Short-Term Air Pollution in Zagreb Not Dangerous for Human Health

By 16 January 2020

ZAGREB, January 16, 2020 - The Dr. Andrija Štampar Teaching Institute for Public Health issued a health alert on Thursday due to increased levels of particulate matter in the air in Zagreb, saying that the short-term air pollution, usual for this time of the year, did not present a major threat to human health.

It said in a statement that increased levels of particulate matter were usual in the winter months because of coal-powered household and industrial heating systems being used at this time of the year, compounded by road transport and weather.

The Institute advised vulnerable people, such as children, pregnant women, the elderly, persons with chronic respiratory and cardiovascular diseases, persons with an impaired immune response and smokers to adjust their daily routines and avoid long and intensive physical activities outdoors, especially near roads.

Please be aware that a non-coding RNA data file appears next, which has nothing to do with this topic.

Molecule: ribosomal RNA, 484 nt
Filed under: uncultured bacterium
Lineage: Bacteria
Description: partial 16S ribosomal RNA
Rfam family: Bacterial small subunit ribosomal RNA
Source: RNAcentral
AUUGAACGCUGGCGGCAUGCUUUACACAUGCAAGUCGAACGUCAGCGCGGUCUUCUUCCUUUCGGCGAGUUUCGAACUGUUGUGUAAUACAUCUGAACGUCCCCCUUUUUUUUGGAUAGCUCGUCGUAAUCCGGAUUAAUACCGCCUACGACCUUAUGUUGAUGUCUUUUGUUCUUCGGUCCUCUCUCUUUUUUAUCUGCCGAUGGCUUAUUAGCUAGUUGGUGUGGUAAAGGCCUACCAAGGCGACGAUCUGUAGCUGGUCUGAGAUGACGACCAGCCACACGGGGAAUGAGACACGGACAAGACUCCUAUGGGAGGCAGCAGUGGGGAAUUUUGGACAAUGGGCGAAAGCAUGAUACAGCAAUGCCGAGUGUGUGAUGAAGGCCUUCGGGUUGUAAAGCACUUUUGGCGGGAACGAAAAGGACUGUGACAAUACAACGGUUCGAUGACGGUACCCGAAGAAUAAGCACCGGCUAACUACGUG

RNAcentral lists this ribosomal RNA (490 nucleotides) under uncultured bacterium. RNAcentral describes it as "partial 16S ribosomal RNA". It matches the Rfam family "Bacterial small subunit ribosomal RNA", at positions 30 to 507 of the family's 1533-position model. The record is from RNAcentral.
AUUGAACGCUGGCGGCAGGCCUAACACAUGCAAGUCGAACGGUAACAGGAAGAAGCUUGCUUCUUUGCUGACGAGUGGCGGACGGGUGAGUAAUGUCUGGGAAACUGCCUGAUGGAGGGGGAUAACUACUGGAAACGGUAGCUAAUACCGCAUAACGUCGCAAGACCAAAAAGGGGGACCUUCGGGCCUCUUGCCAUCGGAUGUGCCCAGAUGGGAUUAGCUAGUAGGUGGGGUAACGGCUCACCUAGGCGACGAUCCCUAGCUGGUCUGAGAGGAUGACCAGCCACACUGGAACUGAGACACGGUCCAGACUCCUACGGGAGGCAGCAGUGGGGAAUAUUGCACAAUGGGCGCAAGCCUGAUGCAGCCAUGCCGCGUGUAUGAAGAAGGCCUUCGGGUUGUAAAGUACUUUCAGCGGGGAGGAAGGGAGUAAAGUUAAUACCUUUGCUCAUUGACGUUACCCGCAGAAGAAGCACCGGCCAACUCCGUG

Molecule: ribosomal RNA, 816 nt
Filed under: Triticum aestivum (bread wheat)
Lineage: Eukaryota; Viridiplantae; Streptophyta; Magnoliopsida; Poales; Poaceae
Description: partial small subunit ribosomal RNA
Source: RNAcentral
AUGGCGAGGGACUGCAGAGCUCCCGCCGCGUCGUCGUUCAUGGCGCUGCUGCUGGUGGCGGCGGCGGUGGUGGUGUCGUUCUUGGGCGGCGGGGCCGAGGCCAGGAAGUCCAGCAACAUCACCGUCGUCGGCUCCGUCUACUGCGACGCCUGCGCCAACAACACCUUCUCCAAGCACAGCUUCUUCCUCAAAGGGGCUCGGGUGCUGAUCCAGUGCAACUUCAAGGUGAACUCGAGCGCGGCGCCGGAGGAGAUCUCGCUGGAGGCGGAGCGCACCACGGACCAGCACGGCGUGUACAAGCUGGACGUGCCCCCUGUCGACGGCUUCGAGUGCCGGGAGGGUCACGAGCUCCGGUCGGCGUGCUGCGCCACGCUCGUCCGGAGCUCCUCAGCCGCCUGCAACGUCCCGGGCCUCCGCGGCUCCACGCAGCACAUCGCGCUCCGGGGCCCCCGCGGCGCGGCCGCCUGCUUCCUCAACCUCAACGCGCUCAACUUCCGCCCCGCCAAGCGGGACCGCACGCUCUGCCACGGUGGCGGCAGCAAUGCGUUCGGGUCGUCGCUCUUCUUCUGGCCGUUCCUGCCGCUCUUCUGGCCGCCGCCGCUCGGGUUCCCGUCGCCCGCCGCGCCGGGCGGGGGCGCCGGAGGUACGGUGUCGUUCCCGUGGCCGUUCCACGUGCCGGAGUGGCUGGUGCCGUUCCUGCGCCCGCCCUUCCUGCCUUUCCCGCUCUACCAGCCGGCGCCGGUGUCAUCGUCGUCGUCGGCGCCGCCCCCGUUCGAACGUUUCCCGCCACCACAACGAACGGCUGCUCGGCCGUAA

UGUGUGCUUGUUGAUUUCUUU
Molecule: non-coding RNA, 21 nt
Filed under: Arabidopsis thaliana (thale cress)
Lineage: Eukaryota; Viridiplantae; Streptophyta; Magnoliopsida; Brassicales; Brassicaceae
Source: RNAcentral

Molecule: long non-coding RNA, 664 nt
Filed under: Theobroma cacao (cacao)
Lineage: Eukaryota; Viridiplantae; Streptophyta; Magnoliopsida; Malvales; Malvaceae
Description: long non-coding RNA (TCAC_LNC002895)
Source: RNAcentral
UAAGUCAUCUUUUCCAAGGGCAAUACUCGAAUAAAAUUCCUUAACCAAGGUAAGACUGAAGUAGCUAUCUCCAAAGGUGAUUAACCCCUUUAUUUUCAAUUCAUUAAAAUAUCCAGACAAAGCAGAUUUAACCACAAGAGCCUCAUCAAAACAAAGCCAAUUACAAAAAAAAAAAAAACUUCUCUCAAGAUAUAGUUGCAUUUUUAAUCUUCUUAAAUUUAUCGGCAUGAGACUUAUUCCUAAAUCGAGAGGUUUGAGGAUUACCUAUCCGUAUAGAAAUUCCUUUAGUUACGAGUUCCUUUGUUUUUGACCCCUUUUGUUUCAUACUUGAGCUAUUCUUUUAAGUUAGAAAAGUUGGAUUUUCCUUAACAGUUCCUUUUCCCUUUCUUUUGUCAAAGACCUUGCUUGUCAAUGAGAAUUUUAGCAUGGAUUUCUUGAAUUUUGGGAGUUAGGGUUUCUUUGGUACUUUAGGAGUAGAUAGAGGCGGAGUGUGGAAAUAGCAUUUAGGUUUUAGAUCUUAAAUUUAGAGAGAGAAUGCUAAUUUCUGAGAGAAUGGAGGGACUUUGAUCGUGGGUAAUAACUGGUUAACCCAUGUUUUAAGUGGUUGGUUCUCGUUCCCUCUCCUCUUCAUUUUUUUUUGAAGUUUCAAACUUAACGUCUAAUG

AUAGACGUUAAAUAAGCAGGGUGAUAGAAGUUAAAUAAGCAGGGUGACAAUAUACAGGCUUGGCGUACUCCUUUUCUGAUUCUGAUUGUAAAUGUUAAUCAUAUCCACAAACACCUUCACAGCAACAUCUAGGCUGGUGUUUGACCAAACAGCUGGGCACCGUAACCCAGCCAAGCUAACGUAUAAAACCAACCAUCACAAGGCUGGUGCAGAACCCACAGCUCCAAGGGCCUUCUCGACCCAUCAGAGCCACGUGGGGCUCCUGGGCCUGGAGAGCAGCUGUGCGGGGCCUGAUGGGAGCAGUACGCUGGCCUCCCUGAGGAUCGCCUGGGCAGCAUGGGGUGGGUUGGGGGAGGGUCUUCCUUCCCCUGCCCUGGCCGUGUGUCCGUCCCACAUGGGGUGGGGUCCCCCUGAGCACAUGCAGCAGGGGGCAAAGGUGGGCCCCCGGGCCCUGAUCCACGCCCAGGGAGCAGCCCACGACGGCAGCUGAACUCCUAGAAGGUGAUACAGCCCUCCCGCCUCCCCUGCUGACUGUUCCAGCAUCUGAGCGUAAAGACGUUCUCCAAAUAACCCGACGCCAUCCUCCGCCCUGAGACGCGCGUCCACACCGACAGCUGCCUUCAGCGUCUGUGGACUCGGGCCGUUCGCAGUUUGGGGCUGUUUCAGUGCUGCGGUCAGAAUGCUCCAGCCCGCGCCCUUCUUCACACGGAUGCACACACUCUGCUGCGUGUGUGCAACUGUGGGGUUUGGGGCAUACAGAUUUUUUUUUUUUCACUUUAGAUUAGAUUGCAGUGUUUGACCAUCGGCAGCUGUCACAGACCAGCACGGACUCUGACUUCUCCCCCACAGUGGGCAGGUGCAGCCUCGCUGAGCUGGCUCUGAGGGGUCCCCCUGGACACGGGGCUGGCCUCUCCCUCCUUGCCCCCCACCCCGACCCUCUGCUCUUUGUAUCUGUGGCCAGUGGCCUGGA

People were also advised to use public transport and avoid or reduce the use of solid fuels for heating.

Data from air quality monitoring stations, posted on the website of the Environment and Nature Agency, showed that the quality of air in the entire city was poor on Thursday. The situation was worst in the south-eastern district of Dugave where the concentration of PM10 particles in the air was 112.7 μg/m3 at 11.30 am, while the 24-hour limit value is 50 μg/m3.

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